Enter a search term such as “mobile analytics” or browse our content using the filters above.
That’s not only a poor Scrabble score but we also couldn’t find any results matching
Check your spelling or try broadening your search.
Sorry about this, there is a problem with our search at the moment.
Please try again later.
Jill McDonald, McDonald’s chief marketing officer in the UK and Northern Europe, hasn’t wasted much time since joining the company from BA in 2006.
She was named as the UK’s top marketer at the Marketing Society Awards in June, having helped to breathe life into the business and instigated more “rigour and discipline” in the way it goes about advertising.
Now, she tells us, the same thing needs to happen in its online activities. She says she wants to “take a step back as a brand and look at how we should be using the digital space”, and recently commissioned what looks like a fairly wide-reaching review of its web strategy.
We talk to her about what that might mean for McDonalds and how it measures success in the digital world.
As you're reviewing your online marketing strategy, how do you see digital's role within McDonalds developing?
We’ve just completed a pitch, which resulted in us appointing Avenue A/Razorfish at the end of March/early April. The brief they have been given is that I really want to understand the role McDonalds should play online.
We’re not an online retailer, but our consumers are spending more and more time online, so what is the appropriate way for McDonalds to manifest itself online and engage and entertain our target audience? I really want us to take a step back as a brand and look at how we should be using the digital space.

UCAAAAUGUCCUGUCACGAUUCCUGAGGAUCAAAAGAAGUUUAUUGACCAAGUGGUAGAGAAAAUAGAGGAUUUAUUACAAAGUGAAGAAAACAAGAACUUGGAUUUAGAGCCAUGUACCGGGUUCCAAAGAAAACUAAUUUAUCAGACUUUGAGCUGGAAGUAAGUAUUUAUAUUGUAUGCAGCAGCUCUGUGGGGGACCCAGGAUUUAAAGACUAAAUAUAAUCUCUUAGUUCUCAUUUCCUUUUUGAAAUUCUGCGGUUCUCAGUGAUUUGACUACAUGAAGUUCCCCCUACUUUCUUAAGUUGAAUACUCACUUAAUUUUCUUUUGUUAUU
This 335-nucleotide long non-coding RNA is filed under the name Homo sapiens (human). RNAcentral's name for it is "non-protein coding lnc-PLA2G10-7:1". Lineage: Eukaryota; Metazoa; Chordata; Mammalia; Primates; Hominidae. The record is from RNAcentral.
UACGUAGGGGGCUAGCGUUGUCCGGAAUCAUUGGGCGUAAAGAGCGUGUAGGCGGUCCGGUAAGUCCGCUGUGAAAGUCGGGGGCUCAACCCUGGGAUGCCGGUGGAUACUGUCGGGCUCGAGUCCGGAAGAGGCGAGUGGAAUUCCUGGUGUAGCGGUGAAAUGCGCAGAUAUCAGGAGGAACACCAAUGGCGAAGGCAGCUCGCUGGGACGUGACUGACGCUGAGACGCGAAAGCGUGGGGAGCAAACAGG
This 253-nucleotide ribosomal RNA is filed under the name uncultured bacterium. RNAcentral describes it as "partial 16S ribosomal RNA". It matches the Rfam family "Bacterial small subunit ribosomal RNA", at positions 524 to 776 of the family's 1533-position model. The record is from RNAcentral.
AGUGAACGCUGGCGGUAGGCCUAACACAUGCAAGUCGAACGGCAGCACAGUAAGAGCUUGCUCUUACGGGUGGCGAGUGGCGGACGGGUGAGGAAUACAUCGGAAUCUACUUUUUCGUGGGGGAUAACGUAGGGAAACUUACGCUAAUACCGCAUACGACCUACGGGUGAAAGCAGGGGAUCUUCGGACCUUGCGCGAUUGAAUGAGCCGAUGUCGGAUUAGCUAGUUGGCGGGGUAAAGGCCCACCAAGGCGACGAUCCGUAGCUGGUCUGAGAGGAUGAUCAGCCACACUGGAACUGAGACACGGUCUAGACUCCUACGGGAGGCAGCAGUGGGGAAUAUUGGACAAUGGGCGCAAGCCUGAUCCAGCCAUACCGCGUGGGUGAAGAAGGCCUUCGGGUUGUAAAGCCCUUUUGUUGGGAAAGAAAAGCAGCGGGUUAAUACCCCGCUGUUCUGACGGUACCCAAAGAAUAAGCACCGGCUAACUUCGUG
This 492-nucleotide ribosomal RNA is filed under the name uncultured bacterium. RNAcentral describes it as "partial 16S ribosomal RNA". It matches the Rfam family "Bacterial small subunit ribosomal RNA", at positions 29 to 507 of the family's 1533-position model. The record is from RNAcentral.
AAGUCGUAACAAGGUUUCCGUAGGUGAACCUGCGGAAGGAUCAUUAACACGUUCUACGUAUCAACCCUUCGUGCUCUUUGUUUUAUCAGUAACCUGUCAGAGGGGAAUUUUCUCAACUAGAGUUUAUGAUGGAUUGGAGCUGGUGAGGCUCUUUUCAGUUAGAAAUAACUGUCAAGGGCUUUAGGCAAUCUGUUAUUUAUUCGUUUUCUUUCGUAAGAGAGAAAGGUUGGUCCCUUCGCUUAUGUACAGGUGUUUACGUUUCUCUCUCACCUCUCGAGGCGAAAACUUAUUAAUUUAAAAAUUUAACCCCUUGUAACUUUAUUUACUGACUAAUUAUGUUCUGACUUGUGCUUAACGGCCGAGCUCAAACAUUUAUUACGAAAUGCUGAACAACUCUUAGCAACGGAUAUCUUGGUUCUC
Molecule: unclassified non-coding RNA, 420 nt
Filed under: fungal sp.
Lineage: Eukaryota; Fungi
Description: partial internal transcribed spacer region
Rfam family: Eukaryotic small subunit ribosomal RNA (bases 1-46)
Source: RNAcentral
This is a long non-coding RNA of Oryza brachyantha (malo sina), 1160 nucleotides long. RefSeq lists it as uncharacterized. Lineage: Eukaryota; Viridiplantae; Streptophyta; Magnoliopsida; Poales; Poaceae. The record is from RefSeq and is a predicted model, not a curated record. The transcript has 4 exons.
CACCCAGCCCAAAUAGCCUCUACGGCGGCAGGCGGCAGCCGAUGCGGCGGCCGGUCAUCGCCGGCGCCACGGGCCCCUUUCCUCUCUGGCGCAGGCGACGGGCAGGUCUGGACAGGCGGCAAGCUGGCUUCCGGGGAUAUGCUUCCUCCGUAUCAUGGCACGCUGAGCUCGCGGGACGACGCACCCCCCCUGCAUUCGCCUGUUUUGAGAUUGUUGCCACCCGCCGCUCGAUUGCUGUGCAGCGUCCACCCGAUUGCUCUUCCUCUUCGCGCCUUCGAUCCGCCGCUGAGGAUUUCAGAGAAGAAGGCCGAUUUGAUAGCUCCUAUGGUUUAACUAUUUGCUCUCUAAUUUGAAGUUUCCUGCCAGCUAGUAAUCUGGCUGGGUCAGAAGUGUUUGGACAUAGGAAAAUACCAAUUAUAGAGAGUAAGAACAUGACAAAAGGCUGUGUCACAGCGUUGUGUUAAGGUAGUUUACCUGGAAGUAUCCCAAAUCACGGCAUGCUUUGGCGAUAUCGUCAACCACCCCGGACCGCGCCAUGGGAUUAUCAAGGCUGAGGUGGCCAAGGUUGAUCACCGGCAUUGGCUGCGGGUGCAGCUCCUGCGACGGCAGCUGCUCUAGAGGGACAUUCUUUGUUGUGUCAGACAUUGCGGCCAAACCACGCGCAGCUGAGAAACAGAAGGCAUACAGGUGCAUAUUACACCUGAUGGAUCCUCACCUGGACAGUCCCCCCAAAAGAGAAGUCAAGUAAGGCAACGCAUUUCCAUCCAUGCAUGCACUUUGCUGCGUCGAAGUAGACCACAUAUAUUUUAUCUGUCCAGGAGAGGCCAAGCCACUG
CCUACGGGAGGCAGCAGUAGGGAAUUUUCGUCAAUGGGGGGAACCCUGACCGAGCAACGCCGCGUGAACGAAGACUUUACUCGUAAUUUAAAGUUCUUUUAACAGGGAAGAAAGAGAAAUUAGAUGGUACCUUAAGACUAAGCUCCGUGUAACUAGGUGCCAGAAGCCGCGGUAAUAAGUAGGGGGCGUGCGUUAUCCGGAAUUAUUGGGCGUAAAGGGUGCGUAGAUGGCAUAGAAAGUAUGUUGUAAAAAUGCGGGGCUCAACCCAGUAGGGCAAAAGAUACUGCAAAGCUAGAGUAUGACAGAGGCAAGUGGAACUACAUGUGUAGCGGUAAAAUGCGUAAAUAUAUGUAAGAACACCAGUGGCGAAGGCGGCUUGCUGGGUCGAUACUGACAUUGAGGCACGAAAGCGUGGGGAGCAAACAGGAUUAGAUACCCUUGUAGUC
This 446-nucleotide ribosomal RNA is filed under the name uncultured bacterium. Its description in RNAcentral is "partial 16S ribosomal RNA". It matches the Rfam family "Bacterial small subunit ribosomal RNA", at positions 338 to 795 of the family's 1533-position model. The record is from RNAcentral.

With Makeupyourmind [a site, launched in 2007, which allows consumers to pose questions to the company about its practices], I’m really happy with that. It’s a great use of the space, there’s a genuine role for us and it is getting lots of hits.
But with the rest of our marketing, we’re tending to use the medium just as a bit of display advertising space. It just doesn’t feel right. I want us to step back and have a proper debate about it, and I was keen that we have some real experts in the field to help guide us, which is why we conducted the pitch.
Do you have any specific concerns around display advertising online?
It’s more about what we want people to do when they engage with us online. Are they engaging with us? Click through is fine, but where are we taking them as a brand? Is that rewarding or engaging?
We spend a lot of time rigorously debating advertising strategy in TV, outdoor or press, and I just didn’t feel we were spending the same amount of time challenging ourselves on our objectives in the online space.
I felt we needed a bit more external expertise, and I’ve also appointed a digital manager last year to help bring the rest of my marketing team a little bit more up to speed on online marketing.
When do you expect to have some conclusions from the review?
I’m being shown some stuff later this month, so from September or October you should see a slight shift in how we market ourselves online.
Where does digital sit now within your organisational structure?
Our marketing managers are accountable for delivery of digital as parts of the campaigns they are developing and running.
We have now appointed a separate digital manager, who has a more holistic, strategic view of where digital is going and how it should play into our marketing strategy. Also, what McDonalds’ role is online. He shares his learnings and works with the marketing managers when they are executing tactical campaign plans, so that they are building their digital expertise.
I didn’t want to hive it all off into one person as we all need to be digital marketeers. But equally, I wanted to have a supercharged digital boost into the team from someone with a bit more experience.
How large is your digital budget? Do you see it rising as a proportion of overall spend?
It’s about 9% of our overall media budget. [Whether it goes up] depends on the outcome of the strategic review we are doing.
What aims have you been working towards with Makeupyourmind? What are its KPIs and how do you track them?